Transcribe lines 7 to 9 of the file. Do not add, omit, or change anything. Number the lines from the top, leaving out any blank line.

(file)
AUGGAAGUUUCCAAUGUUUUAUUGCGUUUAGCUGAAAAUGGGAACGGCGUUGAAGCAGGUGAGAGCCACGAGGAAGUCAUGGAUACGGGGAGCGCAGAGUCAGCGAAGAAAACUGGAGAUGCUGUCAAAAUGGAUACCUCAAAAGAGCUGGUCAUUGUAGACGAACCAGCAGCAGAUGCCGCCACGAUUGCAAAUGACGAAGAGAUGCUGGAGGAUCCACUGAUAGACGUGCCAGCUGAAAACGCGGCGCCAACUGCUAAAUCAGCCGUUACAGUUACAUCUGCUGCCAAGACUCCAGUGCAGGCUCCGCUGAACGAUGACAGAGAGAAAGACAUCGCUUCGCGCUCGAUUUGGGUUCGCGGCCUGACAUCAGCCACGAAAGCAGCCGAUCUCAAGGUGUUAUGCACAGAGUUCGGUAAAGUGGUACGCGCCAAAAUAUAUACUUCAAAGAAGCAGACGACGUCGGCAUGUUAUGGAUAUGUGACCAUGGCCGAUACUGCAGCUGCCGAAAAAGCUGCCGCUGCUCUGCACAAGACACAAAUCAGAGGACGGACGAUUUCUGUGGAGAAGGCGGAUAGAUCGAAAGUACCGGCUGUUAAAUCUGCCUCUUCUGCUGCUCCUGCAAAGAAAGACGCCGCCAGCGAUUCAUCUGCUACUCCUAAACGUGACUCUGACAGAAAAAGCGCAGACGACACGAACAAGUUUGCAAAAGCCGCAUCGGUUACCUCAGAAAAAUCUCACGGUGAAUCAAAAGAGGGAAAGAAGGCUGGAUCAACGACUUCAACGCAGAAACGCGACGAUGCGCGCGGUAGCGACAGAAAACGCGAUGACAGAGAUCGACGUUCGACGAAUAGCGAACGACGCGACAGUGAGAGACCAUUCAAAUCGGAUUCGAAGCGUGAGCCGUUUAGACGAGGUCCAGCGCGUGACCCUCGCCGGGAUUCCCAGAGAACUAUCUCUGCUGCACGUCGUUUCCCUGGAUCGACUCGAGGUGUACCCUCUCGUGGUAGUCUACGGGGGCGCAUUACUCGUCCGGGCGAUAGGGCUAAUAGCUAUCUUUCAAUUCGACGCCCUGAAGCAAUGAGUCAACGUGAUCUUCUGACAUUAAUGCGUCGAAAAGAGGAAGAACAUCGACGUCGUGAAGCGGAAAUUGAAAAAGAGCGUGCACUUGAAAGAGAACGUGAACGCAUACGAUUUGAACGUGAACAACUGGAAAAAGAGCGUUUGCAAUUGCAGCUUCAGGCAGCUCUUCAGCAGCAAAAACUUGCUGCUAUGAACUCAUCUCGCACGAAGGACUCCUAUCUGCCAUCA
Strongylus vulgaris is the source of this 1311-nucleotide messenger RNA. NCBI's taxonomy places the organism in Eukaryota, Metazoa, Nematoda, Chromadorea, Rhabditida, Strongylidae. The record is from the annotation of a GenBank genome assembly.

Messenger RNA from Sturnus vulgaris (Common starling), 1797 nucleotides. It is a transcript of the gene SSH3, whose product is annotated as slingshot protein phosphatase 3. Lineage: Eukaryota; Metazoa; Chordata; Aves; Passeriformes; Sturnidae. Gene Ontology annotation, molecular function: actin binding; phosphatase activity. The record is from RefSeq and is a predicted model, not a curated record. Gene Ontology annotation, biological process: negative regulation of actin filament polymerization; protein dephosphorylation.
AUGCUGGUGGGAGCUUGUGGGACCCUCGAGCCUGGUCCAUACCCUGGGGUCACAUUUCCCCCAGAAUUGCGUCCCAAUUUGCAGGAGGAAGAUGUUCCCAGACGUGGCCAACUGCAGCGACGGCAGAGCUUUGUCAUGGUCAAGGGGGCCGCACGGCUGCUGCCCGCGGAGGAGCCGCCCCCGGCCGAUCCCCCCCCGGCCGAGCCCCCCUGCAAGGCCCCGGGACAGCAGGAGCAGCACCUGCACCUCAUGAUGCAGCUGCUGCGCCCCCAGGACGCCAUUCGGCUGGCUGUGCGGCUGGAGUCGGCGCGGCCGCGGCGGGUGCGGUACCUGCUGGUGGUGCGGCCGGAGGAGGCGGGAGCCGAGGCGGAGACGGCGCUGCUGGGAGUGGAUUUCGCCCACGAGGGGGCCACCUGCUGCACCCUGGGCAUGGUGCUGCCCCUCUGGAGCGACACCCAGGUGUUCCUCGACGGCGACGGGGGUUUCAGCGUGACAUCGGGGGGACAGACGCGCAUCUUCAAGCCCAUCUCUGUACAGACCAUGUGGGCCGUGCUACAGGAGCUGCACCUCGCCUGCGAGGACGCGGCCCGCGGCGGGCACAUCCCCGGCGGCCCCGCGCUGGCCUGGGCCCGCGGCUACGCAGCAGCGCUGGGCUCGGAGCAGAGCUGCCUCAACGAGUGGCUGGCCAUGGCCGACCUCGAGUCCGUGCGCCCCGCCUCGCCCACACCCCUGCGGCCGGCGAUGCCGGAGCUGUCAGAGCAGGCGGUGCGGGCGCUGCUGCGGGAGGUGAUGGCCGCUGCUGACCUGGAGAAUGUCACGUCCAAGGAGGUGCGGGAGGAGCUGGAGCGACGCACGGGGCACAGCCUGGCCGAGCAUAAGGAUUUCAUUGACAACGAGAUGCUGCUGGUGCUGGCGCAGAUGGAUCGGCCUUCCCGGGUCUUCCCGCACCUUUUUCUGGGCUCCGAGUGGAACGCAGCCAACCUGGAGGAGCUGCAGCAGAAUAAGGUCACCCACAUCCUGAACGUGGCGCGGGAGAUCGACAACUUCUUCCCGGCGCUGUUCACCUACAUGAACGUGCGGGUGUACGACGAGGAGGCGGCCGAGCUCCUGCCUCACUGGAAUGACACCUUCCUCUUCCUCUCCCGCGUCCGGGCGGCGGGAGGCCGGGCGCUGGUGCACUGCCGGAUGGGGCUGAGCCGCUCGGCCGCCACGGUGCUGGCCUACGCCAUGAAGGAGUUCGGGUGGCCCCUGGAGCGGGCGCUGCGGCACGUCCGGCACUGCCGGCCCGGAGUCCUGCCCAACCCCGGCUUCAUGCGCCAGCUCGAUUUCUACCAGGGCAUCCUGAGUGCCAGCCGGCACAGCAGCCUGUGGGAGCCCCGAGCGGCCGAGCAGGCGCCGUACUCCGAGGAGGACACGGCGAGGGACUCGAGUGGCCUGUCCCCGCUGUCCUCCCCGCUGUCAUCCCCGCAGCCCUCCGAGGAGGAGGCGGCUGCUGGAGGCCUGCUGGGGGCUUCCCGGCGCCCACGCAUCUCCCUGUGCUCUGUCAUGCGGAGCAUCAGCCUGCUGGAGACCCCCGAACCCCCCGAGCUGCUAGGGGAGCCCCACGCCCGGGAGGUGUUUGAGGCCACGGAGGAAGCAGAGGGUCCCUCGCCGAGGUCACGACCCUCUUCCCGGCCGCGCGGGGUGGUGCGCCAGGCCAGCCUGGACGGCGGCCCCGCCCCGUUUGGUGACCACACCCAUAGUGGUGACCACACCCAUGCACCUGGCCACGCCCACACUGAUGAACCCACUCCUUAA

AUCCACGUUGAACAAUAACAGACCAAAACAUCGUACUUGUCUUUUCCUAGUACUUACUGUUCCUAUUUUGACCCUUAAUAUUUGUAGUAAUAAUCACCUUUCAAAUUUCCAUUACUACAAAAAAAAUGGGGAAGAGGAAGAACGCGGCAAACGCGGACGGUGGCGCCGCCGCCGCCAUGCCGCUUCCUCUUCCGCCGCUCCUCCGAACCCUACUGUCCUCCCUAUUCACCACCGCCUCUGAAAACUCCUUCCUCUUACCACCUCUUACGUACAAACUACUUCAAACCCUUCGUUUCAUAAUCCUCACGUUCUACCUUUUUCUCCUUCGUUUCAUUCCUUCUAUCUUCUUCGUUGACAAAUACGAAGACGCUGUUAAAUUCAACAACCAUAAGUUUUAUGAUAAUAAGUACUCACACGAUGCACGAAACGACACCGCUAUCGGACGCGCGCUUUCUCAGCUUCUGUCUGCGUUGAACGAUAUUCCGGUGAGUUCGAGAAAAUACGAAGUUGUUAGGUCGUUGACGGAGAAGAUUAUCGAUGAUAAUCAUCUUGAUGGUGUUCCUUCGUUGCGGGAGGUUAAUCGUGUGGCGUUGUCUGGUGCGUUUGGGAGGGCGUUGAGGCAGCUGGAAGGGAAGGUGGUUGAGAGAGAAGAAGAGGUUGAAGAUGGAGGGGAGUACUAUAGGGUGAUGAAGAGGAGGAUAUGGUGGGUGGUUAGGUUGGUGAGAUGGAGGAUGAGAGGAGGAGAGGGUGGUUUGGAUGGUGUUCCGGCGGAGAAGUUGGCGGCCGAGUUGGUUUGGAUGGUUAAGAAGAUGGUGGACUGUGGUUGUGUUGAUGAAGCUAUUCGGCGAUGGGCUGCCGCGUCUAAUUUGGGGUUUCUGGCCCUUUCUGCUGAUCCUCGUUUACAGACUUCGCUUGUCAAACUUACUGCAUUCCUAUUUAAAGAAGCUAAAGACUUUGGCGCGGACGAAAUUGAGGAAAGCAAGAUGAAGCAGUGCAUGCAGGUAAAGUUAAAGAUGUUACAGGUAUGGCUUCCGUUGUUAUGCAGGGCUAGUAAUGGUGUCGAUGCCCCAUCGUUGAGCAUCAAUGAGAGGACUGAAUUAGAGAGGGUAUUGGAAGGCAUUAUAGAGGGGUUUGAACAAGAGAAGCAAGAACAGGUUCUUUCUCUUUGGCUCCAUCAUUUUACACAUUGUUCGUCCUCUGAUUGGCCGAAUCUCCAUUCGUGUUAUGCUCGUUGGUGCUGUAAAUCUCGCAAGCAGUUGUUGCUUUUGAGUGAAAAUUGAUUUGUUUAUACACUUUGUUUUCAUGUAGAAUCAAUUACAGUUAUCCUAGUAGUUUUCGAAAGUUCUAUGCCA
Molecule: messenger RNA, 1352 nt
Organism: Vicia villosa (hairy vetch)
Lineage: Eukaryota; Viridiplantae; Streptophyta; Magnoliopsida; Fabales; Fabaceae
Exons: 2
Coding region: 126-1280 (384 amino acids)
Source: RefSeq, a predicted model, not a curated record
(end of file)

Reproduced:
Organism: Vicia villosa (hairy vetch)
Lineage: Eukaryota; Viridiplantae; Streptophyta; Magnoliopsida; Fabales; Fabaceae
Exons: 2